Almost 250,000 More Over 65s Staying In Work Since Default Retirement Age Scrapped

Lawyer Says Businesses have Adapted To Law Change Well

01.10.2014

David Shirt, Press Officer | 0161 838 3094

Almost a quarter of a million more people over the age of 65 have stayed in work since the default retirement age was abolished three years ago – according to Government figures.

According to the Department for Work and Pensions, there are 1,103,000 workers over 65 compared to 874,000 in the quarter October to December 2011.

It added that an average earner working one year longer can boost their pension pot by around £4,500.

Highlighting the gains for the wider economy, the Department for Work and Pensions, said that the country's economic output could increase by 1%, or GBP16 billion, if everyone worked one year longer.

Pensions Minister Steve Webb said: "In years to come, we'll look back at the kind of age discrimination that the default retirement age represented and wonder how it was ever allowed. Forcing people to retire at 65 might have made sense in 1925 but in the 21st century it was nothing short of an outrage.

"We have to wake up to the needs and expectations of today's workforce - 30% of whom are now aged over 50 and one million over 65.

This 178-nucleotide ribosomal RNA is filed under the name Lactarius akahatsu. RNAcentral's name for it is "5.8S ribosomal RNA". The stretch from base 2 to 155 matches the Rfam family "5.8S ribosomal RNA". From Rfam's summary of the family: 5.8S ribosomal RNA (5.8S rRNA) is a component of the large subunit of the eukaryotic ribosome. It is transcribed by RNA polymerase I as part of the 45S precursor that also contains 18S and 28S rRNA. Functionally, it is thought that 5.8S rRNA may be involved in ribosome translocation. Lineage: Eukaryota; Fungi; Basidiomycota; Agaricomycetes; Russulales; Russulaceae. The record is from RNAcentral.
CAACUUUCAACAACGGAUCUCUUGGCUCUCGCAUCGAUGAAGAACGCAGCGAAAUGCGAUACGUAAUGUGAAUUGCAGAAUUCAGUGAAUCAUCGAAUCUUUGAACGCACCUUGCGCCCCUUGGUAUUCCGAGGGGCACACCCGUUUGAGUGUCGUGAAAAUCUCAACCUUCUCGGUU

"These people have a massive role to play in our economy and society and many quite rightly want to carry on using the skills and knowledge they have honed over decades and also pass them on to younger colleagues."

Expert Opinion
There have been hardly any reported cases about age discrimination resulting from dismissing older employees, following the abolition of the default retirement age which suggests that employers are adapting to the changes pretty well.

“It is however still possible to retire an employee despite the absence of a default retirement age. However, employers must clear a number of hurdles first. Recent cases both in the UK and in the EU have shown that it is possible to justify imposing a retirement age on the whole, or part of a workforce, provided the employer can show that it had a legitimate reason for doing so and that the age selected is a proportionate means of achieving that legitimate aim.”
Glenn Hayes, Partner